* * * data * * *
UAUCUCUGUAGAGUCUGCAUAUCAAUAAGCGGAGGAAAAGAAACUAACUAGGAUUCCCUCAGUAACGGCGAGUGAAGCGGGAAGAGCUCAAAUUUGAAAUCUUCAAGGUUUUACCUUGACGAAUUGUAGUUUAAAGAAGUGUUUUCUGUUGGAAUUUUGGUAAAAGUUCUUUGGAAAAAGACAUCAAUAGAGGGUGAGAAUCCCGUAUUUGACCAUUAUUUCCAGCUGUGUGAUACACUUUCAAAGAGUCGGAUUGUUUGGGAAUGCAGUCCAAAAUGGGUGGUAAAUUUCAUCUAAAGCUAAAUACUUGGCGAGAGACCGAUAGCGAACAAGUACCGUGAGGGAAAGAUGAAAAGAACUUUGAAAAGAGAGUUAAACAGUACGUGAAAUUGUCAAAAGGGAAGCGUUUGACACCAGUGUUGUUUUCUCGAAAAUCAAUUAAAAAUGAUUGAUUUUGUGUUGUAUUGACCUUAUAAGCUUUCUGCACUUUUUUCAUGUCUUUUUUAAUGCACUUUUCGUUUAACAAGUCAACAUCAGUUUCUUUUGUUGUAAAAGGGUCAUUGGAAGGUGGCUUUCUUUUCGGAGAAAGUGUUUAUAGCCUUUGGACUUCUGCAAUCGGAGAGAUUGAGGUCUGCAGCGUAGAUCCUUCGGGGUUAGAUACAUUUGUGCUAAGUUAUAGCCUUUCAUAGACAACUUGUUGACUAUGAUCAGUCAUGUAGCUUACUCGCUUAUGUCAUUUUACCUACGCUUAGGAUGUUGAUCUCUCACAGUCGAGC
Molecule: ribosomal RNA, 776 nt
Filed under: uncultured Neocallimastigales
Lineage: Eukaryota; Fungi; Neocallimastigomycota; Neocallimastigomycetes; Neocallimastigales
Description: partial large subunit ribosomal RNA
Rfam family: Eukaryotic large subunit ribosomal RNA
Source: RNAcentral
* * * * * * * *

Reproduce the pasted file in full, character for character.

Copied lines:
UAUCUCUGUAGAGUCUGCAUAUCAAUAAGCGGAGGAAAAGAAACUAACUAGGAUUCCCUCAGUAACGGCGAGUGAAGCGGGAAGAGCUCAAAUUUGAAAUCUUCAAGGUUUUACCUUGACGAAUUGUAGUUUAAAGAAGUGUUUUCUGUUGGAAUUUUGGUAAAAGUUCUUUGGAAAAAGACAUCAAUAGAGGGUGAGAAUCCCGUAUUUGACCAUUAUUUCCAGCUGUGUGAUACACUUUCAAAGAGUCGGAUUGUUUGGGAAUGCAGUCCAAAAUGGGUGGUAAAUUUCAUCUAAAGCUAAAUACUUGGCGAGAGACCGAUAGCGAACAAGUACCGUGAGGGAAAGAUGAAAAGAACUUUGAAAAGAGAGUUAAACAGUACGUGAAAUUGUCAAAAGGGAAGCGUUUGACACCAGUGUUGUUUUCUCGAAAAUCAAUUAAAAAUGAUUGAUUUUGUGUUGUAUUGACCUUAUAAGCUUUCUGCACUUUUUUCAUGUCUUUUUUAAUGCACUUUUCGUUUAACAAGUCAACAUCAGUUUCUUUUGUUGUAAAAGGGUCAUUGGAAGGUGGCUUUCUUUUCGGAGAAAGUGUUUAUAGCCUUUGGACUUCUGCAAUCGGAGAGAUUGAGGUCUGCAGCGUAGAUCCUUCGGGGUUAGAUACAUUUGUGCUAAGUUAUAGCCUUUCAUAGACAACUUGUUGACUAUGAUCAGUCAUGUAGCUUACUCGCUUAUGUCAUUUUACCUACGCUUAGGAUGUUGAUCUCUCACAGUCGAGC
Molecule: ribosomal RNA, 776 nt
Filed under: uncultured Neocallimastigales
Lineage: Eukaryota; Fungi; Neocallimastigomycota; Neocallimastigomycetes; Neocallimastigales
Description: partial large subunit ribosomal RNA
Rfam family: Eukaryotic large subunit ribosomal RNA
Source: RNAcentral